demonstrates that he was performing a discretionary function, the plaintiff must

show that the defendant is not entitled to summary judgment on qualified immunity

grounds. Holloman ex rel. Holloman v. Harland, 

370 F.3d 1252

, 1264 (11th Cir.

2004).

      In cases with multiple named defendants, each defendant is entitled to an

independent qualified immunity analysis as it relates to his actions. Alcocer v. Mills,

906 F.3d 944

, 951 (11th Cir. 2018) (reversing and remanding when district court did

not individually evaluate each defendant’s specific actions and omissions and the

district court did not look at evidence from the perspective of the officers). When a

district court fails to engage in such individual analysis, we will reverse a denial of

summary judgment and remand for the district court to engage in such individual

determinations.

Id. at 952. 3

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      To show that a defendant is not entitled to summary judgment on qualified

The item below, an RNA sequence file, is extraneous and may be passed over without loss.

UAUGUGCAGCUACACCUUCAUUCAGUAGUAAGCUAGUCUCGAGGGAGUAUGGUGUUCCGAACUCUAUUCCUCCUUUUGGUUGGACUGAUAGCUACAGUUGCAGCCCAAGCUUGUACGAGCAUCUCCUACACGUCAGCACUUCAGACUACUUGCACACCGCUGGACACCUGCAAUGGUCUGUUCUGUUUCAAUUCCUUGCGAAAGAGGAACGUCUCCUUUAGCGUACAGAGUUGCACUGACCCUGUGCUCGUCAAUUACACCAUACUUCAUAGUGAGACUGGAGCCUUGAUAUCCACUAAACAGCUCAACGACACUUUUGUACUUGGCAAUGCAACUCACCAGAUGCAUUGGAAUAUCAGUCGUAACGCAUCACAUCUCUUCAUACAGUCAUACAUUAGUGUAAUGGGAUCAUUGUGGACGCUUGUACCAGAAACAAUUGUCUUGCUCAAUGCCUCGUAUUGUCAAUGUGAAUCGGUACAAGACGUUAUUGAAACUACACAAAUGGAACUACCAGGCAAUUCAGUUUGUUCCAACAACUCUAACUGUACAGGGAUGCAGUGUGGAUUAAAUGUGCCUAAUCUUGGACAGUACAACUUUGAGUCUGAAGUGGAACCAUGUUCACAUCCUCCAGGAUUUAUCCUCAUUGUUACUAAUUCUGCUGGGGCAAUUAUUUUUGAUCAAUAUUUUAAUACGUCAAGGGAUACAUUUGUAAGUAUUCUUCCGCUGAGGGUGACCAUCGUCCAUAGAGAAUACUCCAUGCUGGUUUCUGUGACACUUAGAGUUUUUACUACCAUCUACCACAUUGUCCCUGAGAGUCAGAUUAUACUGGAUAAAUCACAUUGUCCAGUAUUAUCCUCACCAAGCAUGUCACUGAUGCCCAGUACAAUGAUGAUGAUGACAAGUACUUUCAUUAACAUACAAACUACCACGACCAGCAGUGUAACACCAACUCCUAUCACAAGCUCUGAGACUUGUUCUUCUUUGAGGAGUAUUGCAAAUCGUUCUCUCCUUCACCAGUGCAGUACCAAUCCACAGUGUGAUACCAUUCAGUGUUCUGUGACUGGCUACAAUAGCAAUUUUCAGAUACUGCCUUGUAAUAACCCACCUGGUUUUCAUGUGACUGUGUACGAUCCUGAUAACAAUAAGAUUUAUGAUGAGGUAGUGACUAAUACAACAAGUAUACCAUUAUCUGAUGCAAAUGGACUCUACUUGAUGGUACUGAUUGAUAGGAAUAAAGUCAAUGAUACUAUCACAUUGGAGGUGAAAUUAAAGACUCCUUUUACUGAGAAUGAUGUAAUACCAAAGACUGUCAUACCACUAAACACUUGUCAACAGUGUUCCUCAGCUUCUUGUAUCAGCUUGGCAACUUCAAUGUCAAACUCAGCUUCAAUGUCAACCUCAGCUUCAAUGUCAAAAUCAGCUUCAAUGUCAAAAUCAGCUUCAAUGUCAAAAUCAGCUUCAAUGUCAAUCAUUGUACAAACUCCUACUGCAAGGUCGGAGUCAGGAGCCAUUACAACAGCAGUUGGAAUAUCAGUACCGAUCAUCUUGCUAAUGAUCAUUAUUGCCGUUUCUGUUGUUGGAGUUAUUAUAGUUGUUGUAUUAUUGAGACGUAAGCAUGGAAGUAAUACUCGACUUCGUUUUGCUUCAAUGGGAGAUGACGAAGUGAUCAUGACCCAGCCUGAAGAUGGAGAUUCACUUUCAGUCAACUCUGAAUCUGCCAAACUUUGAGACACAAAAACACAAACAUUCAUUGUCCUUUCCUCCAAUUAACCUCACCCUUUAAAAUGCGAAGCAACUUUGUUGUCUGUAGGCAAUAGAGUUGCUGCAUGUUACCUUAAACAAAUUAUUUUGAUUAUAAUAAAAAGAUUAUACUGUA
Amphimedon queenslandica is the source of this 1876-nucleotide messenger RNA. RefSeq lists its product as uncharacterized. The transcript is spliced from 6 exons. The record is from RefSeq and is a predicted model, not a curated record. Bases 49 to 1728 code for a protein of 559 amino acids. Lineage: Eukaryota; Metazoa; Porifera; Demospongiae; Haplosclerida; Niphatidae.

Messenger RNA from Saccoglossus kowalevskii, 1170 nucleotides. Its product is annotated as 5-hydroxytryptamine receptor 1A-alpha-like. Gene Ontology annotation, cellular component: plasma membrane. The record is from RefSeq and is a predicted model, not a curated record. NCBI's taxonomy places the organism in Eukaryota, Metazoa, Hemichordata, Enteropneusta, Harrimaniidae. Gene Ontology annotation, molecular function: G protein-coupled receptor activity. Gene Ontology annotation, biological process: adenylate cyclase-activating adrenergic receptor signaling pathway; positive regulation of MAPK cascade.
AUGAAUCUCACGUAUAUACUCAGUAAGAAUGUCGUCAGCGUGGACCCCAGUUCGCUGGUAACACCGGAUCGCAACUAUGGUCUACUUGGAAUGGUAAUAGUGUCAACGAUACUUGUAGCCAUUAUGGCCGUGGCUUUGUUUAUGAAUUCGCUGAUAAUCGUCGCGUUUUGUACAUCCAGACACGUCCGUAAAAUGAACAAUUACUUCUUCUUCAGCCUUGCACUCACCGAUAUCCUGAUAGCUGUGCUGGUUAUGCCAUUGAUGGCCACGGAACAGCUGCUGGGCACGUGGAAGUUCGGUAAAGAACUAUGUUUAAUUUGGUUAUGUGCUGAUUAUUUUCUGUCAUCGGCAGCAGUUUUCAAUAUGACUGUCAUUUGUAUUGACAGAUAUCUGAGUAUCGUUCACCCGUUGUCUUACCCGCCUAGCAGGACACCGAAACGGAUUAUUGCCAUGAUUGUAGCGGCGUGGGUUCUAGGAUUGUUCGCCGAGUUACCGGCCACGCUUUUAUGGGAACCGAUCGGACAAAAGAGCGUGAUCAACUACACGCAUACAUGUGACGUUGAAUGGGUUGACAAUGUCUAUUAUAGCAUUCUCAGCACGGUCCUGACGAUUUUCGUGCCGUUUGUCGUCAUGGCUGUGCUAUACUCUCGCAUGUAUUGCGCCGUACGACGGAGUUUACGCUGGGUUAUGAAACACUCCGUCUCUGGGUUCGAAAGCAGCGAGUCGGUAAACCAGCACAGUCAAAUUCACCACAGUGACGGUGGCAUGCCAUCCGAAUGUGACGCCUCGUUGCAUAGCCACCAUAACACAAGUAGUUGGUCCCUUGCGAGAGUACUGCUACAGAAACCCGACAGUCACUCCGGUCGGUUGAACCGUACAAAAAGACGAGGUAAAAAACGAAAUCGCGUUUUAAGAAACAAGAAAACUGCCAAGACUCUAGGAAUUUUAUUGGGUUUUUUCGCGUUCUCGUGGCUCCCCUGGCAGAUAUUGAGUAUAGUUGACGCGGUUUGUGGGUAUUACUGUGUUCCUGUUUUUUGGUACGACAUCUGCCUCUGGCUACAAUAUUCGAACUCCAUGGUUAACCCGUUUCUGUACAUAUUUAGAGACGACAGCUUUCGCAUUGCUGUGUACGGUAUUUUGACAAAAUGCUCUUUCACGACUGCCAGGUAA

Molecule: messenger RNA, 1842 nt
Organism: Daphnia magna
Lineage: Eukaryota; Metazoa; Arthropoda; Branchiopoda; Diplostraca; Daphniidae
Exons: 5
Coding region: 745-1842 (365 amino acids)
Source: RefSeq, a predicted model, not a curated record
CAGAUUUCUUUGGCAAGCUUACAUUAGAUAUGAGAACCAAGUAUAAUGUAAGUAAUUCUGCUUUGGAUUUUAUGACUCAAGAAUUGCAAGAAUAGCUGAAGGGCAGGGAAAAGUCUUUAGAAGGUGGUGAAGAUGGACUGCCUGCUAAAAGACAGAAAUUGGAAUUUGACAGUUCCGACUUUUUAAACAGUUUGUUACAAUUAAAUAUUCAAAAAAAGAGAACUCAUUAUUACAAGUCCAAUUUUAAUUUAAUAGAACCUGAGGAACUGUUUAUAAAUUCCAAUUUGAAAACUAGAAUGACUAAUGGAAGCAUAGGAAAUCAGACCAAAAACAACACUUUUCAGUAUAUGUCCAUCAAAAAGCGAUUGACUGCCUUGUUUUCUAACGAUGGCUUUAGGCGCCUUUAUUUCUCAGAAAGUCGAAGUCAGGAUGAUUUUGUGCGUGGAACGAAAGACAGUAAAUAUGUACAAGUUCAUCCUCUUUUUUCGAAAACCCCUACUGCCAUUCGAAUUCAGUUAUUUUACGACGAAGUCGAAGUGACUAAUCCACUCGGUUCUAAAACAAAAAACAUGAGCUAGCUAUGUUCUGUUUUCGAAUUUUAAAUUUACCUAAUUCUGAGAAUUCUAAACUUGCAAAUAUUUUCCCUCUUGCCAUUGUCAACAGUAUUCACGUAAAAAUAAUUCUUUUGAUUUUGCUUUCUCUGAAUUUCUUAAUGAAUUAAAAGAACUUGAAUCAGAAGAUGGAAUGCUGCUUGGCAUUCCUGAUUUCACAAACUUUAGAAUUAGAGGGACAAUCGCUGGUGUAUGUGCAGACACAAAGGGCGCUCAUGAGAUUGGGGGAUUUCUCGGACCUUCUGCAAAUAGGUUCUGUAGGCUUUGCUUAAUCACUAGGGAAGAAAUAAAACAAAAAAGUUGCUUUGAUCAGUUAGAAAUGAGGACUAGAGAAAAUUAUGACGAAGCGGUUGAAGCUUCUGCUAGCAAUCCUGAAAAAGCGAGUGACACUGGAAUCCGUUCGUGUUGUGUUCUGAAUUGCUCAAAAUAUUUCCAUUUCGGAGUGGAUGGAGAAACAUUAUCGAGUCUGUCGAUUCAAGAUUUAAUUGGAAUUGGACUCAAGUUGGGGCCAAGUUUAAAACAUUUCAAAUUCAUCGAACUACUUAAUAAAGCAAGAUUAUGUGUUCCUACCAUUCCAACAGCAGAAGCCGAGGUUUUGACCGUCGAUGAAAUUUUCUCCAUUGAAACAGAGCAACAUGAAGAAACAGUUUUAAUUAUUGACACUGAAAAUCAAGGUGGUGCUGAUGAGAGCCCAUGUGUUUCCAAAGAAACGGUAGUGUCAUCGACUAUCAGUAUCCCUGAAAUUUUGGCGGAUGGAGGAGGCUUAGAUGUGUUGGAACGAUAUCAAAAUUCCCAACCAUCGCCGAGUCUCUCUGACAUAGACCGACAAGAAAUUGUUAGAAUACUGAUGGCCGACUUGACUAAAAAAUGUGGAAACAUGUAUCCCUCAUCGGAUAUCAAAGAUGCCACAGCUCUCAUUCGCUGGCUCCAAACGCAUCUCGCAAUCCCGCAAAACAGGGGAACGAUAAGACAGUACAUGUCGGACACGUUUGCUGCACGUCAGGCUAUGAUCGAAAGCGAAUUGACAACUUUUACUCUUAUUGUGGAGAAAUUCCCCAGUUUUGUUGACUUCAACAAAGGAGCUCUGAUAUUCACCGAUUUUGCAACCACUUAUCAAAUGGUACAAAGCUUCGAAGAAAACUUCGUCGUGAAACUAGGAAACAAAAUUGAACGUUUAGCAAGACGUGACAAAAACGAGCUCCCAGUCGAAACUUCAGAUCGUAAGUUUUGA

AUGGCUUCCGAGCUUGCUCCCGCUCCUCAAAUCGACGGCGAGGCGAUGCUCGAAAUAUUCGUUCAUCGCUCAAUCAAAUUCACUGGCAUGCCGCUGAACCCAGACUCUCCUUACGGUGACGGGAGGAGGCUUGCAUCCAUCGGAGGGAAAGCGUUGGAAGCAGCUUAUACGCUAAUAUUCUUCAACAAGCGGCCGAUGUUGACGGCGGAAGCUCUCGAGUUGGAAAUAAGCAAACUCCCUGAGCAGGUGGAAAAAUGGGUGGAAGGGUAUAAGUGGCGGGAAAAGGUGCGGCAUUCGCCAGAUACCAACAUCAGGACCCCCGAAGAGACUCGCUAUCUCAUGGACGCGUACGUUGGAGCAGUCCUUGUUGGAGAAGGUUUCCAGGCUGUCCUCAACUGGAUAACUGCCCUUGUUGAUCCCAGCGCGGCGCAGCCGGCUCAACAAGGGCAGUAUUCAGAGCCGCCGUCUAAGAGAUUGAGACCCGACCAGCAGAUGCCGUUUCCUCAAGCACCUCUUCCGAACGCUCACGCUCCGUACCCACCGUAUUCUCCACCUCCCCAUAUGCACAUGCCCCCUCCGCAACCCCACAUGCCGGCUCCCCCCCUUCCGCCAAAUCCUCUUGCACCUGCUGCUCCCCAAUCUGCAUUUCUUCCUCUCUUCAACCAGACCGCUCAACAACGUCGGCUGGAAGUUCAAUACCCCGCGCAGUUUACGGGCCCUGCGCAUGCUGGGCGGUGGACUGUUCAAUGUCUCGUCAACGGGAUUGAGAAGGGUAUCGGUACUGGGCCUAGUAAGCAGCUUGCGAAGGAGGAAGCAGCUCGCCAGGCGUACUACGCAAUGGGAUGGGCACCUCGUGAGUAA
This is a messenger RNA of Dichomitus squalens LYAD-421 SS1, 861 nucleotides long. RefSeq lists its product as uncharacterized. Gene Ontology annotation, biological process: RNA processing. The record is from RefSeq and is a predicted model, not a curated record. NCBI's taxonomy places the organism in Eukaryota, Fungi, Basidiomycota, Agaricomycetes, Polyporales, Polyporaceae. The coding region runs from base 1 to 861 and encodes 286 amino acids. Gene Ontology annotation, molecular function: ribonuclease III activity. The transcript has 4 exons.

immunity grounds, the plaintiff must show that a reasonable jury could find both

that the defendant violated a constitutional right and that the constitutional right was

clearly established.

Id. at 1267.

We have held that a right may be clearly established

for qualified immunity purposes through: (1) case law with indistinguishable facts

clearly establishing a constitutional right; (2) a broad statement of principle within

the Constitution, statute, or case law that clearly establishes a constitutional right; or

(3) the conduct was so egregious that a constitutional right was clearly violated, even

in the complete absence of case law. Lewis v. City of W. Palm Beach, Fla., 

561 F.3d 1288